Then it's time to melt some chocolate (I wrote a bit about it here: reprap.org/wiki/Chocolate_Extrusion but the main point is: don't exceed 33.8C), pour it into the extruder's supply funnel and see what happens.
great thing, I will give it a try in PET (so afraid by PLA and with a heat source near by)
The first prototypes I made were PLA and deformed when washing leftover chocolate from them... I recently printed one from polycarbonate, which looks good and should be a good material for this, and plan on testing it when I have time.
The stepper shaft, for example, has 90degree overhangs. Will this be printed correctly without a support material?
Yes, it prints fine without support, but some of the bridges are a bit challenging, expecially inside the main part where it narrows down.
try ice under the build platform :)
Haha Funny. I bet I can come up with a design for an icecube holder that hangs underneath. Genius!
What did you use to keep air flowing at 30C? I don't have an air compressor...
I used a hot air blower, made for drying shoes and gloves.
Hi Tomi. Here you can find my chocolate cooler if of any interest: thingiverse.com/thing:19354

It outputs around -15 degree Celsius of cool air stream. Workshop air compressor needed.
Hi Tomi. Wonderfull work! I want to ask you how quickly the chocolate is hardening? Did you considered using a cooler to help the layers hardening more quickly? Look at this design: thing:8114. It is a vortex tube, works with compressed air at 5 bar. On one side it will output warm air, higher than room temp. and on the other side will output COOL AIR at may be -20 deg. C. Also you can find more reliable designs on the internet. Such vortex tubes are used in industry for spot cooling which is exactly what we want!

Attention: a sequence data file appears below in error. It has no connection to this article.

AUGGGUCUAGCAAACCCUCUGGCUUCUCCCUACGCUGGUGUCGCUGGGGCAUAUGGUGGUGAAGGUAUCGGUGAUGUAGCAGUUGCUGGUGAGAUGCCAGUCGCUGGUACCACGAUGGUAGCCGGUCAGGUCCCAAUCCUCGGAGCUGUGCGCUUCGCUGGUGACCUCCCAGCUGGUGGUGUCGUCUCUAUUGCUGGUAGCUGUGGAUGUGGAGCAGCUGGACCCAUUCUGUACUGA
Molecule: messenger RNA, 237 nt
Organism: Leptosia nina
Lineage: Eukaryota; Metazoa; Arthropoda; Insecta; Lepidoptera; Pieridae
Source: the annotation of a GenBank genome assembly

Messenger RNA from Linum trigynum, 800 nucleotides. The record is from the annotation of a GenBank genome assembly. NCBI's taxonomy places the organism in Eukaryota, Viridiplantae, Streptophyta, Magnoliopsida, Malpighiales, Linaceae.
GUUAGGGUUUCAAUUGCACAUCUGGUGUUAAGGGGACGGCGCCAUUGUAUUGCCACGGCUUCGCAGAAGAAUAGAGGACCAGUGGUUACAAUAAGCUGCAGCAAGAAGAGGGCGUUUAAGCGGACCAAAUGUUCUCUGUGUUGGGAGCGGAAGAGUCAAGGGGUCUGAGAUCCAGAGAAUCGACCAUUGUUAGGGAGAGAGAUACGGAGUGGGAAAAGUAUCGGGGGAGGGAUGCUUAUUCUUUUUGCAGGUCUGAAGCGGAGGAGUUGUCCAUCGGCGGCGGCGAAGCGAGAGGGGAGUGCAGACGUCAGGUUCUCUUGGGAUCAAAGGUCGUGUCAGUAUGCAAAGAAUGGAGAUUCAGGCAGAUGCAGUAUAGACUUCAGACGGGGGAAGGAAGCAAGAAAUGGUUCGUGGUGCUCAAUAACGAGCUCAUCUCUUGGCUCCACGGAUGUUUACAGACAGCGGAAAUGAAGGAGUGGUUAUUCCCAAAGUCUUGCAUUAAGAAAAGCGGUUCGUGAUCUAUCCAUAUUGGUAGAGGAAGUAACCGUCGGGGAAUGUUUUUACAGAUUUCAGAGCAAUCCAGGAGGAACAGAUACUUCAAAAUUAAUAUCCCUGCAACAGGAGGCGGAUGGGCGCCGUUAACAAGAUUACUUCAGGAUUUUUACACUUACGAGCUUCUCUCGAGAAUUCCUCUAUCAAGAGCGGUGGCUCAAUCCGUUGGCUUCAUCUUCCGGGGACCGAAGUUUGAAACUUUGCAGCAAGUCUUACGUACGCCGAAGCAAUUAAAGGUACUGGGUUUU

ttsalo - in reply to Ioan
I have been testing with no extra cooling and it hardens quite slowly. To build more interesting objects, it will need some sort of external cooling. I have been thinking of everything from peltier elements mounted under the build plate to blowing cooled air. This is an open area of research if anyone wants to have a go...
Ioan - in reply to ttsalo
Here is an example of how a small company was helped to quickly cool down chocolate molds: blog.exair.com/2011/11/01/refrigerated-air-from-compressed-air/

I think this is the way to go. It is small, it can spot cooli the thin chocolate filament very quickly. The Exair prodicts are a little bit expensive however there are some DIY projects around.

One more thing: may be the same compressed air/vortex cooler can be used both to keep the chocolate warm and cool the printed part due the unique feature of this device.
Chocolate needs to stay below 33, but if you wound the temperature up to 70 or 80, it could print polymorph!, just add a hopper arangement above the material feed and we're free of the problems of filament tolerance and quality, just pour in a bag of granuals and go.
That stuff sounds interesting, but it looks like it won't flow on it's own? This extruder requires the material to flow down the supply funnel without external help. The pump itself can pump pretty much anything but the supply side works with just gravity here.